Opinion Stress-testing security is the only way to be sure it works. Until then, the worst security looks much the same as the best. As events in Ukraine show, leaving the stress-testing of assumptions until a threat is actually attacking is expensively useless.
Yet if an untested solution is no solution at all, the problem becomes how you define an adequate test. In security, that means how far do your responsibilities go?
There has been no shortage of attacks on Ukrainian IT over the past few weeks, with new and nasty malware and DDoS ramping up. Any more widespread aggression will follow the same model.
We may be about to find out together. As of the time of writing, the horrific aggression against Ukraine hadn’t spilled out as cyberattacks beyond the territory.
It would be folly to bet on that continuing, especially as sanctions start to hurt and isolation freezes around Russia: commercial interests, personal data, and national infrastructures around the world will all be legitimate targets.
That much is clear from the newly decloaked Putin. By way of justifying the invasion, he made a speech saying that Ukraine is not a country, that the West is an evil empire, and that Russia’s security concerns are paramount. This thinking gives him licence to pursue attacks on anyone and anything online.
A man prepared to commit two-thirds of his armed forces to invade a democratic neighbour in the face of universal revulsion is not going to have qualms about lashing out at anything within reach on the internet.
What defence is available? Red-team testing your cyber resilience is one thing. Dealing with the successor to the Red Army is quite another. There has been no shortage of attacks on Ukrainian IT over the past few weeks, with new and nasty malware and DDoS ramping up. Any more widespread aggression will follow the same model. On that assumption, the Western intelligence agencies have started warning that the attacks are likely to extend worldwide.
Take the Canadian government’s Centre for Cyber Security, which issued a post-invasion update for national infrastructure operators that is typical of the coordinated advice coming from intelligence agencies: Be prepared to isolate mission-critical systems from networks. Patch. Monitor. Make sure all staff are focused on detecting threats. And monitor alerts from CISA.
Expect a lot more of that sort of advice over the days to come, including much aimed at all sectors of business and private citizens. It will seem tiresomely familiar to security professionals, but that doesn’t make it wrong, especially in the face of a new aggressor with nation-state capabilities and not much to lose. Complacency is not in fashion.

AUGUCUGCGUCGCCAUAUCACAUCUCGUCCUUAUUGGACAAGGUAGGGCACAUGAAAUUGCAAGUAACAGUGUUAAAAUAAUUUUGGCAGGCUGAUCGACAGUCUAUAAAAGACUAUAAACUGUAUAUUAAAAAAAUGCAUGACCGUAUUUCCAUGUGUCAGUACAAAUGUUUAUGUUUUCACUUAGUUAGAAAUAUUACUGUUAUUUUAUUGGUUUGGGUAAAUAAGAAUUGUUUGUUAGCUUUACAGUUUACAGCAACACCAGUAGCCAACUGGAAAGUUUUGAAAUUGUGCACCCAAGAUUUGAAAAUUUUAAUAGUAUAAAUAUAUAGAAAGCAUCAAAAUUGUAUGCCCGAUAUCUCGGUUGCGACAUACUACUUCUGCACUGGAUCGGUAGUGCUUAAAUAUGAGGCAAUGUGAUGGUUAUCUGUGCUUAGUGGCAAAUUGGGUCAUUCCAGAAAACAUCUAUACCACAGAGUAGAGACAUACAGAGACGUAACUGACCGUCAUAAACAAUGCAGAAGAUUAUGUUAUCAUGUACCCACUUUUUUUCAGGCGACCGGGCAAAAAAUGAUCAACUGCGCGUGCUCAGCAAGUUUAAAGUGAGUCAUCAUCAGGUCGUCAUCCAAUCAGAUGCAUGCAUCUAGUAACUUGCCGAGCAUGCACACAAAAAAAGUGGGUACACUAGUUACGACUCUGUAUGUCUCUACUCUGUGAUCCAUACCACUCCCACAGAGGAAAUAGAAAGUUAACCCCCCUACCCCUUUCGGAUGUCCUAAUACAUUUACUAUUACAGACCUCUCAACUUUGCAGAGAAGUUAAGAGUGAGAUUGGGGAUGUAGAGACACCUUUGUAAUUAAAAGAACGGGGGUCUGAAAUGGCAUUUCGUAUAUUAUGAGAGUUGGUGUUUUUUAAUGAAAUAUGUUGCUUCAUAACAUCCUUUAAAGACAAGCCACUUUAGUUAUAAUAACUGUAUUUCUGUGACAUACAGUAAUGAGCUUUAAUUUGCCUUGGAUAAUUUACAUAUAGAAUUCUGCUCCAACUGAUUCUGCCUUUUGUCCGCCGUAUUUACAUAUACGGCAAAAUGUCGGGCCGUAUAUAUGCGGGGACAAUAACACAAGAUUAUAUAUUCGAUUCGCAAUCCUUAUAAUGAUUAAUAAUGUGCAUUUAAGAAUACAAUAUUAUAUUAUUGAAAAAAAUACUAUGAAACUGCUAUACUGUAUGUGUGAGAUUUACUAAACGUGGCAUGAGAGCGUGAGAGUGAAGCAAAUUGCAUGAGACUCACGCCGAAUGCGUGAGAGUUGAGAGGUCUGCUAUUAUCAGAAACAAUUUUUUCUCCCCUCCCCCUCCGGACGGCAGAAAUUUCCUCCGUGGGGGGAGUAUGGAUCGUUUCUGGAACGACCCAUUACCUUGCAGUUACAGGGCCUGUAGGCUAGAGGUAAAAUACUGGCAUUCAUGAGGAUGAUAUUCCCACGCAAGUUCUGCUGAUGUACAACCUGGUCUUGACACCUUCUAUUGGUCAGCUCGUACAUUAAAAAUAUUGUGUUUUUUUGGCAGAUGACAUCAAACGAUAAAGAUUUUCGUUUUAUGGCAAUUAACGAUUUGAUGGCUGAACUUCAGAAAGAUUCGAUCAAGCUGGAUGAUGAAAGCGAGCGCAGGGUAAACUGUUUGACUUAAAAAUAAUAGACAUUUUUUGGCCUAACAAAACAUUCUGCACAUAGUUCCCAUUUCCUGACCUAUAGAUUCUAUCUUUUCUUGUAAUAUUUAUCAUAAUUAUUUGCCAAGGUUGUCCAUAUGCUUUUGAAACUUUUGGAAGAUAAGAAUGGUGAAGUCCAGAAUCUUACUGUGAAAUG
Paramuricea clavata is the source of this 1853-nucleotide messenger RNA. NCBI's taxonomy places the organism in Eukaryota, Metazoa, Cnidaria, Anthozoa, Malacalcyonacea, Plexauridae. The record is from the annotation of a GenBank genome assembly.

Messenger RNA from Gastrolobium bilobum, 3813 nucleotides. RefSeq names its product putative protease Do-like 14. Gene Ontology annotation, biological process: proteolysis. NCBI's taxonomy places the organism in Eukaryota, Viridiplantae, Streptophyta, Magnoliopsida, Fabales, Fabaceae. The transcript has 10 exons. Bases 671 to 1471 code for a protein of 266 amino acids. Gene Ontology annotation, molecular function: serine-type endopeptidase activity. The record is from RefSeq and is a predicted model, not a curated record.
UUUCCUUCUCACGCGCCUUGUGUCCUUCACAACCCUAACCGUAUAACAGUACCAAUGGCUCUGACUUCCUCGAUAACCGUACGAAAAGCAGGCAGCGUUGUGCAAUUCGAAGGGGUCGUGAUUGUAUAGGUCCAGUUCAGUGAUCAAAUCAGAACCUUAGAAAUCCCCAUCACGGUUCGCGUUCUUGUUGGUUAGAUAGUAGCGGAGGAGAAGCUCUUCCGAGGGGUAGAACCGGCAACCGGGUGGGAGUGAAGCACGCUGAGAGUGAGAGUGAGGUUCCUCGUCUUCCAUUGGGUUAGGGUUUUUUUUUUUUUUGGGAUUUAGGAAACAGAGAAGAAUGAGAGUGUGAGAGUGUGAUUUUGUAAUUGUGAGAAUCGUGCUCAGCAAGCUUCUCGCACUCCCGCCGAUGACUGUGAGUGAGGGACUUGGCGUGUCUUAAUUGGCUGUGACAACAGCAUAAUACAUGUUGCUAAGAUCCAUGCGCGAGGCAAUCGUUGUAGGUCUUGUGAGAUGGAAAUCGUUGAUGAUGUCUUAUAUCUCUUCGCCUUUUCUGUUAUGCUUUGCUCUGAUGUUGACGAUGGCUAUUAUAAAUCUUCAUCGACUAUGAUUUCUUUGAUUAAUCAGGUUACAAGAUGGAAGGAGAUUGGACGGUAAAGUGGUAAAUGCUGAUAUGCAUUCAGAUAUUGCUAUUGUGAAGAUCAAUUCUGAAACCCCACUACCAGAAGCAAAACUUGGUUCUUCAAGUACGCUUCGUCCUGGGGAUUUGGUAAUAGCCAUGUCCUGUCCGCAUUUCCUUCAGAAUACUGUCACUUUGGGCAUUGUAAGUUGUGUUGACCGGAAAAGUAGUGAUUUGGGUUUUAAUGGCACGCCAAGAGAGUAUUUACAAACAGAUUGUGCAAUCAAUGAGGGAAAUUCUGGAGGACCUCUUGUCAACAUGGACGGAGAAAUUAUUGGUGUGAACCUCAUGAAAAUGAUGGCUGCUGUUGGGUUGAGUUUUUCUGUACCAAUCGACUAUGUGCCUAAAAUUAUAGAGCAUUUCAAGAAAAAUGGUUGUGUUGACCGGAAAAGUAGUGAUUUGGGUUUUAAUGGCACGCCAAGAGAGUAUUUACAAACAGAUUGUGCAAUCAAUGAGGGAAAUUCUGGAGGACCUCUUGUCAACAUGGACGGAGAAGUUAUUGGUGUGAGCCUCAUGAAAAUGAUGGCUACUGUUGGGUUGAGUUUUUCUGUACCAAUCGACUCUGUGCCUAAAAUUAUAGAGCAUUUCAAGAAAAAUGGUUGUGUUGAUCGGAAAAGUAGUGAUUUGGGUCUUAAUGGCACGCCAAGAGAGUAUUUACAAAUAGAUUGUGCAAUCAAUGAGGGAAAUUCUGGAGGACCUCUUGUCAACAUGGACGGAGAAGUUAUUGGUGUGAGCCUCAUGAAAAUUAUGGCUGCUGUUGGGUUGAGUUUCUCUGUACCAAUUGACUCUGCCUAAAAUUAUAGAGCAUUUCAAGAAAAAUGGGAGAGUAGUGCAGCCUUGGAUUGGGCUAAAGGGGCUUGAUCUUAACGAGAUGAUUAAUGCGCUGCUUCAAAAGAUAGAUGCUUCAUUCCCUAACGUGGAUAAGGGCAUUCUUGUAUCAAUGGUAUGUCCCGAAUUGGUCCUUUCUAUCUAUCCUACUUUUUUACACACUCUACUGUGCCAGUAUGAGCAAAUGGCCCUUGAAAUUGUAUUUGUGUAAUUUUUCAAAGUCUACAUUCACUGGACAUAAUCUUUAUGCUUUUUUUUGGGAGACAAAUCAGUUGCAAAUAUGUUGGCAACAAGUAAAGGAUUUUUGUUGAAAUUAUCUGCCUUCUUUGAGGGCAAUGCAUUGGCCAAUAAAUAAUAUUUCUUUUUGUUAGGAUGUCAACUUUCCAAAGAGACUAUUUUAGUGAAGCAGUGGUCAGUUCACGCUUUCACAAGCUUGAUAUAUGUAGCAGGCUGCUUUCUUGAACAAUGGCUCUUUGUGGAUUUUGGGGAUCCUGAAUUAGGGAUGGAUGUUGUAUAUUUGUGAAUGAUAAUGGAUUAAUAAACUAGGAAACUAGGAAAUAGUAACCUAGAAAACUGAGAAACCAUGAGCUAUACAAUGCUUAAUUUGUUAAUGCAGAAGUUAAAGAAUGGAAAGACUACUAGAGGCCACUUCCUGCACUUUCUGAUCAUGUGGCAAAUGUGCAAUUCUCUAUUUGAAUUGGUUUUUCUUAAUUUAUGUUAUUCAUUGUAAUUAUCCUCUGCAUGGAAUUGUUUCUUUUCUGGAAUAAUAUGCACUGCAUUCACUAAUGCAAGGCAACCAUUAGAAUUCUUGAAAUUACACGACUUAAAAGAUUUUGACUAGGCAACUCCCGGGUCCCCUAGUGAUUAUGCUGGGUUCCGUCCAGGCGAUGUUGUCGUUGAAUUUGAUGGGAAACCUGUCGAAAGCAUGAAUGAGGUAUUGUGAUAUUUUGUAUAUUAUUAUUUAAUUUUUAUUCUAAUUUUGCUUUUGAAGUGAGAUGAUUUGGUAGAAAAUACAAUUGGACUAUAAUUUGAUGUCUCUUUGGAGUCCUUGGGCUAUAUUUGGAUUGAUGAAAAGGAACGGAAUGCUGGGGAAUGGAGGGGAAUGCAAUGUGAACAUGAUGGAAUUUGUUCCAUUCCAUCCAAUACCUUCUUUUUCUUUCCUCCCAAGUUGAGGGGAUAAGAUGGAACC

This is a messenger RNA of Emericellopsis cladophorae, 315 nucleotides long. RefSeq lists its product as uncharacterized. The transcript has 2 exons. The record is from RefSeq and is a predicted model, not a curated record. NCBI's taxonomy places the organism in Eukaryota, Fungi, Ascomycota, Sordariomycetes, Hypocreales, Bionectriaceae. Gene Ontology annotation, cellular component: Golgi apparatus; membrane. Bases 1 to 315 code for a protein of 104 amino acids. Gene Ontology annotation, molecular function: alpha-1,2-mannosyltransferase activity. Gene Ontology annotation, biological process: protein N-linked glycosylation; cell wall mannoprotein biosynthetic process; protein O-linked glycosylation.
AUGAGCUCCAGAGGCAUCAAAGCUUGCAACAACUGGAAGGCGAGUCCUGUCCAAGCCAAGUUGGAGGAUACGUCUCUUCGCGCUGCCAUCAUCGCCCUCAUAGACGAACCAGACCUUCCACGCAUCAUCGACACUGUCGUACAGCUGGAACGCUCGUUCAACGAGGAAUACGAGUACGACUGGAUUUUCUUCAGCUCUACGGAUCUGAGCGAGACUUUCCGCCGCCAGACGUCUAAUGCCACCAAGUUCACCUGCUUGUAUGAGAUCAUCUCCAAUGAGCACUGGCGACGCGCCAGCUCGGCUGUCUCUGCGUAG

If that’s not enough to shake up your thinking, put yourself in the shoes of Ukrainian data techs and security ops. Beyond the unthinkable realities of surviving war, they have the extra responsibilities of how to safeguard systems and information so that they can’t be used by the invader. Dictators love data, it gives them control over economies and people. That’s a reasonable concern if you’re looking at a future where you and those around you have ceased being citizens and become suspects.
Unthinkable, yes, except it’s happening in a modern European democracy right now. While it’s still unlikely that data centres in Swindon or San Francisco are going to be staffed by Spetsnaz any time soon, if the data is safe from physical compromise then it’s doubly so from virtual. There are some laws even the lawless can’t ignore – those of the mathematics behind encryption – and they’ll protect your data in flight and at rest, if you let them. Key management. Audited policies. You know the drill.
There should be posters on office walls: Best Practice Saves Lives. If you’re not behaving as if your livelihood, even your life, depends on this, you’re not stressing enough.
As to where responsibilities end, that’s trickier. History, that academically sanctified hindsight, will decide on the details, but Putin’s Ukrainian adventure will be seen as a failure of politics to protect security. This is decades of small decisions, each of which felt wrong to many but none of which was big enough to provoke a corrective reaction.
We can do better in that part of security entrusted to technology because for many that’s the daily job. Not only can we de-hype the rhetoric and test it against reality, we have to.
Time and again, the politicians attack data security that works, such as strong encryption, but even when as most recently that’s wrapped up in distraction – such as age verification to protect minors – the alarm bells ring. That’s an important part of security professionalism, to raise your voice when something is wrong, no matter what the arena.
It doesn’t take a Ukraine for those who understand data security to make the connection between deliberately weakening safety and increasing danger for individuals and organisations. Yet the bitter reality of Europe at war should drive the point home: we cannot afford to abandon any protection, to take as granted any assumption. The stress test will come whether we like it or not, and our responsibility to be as prepared as possible is absolute. ®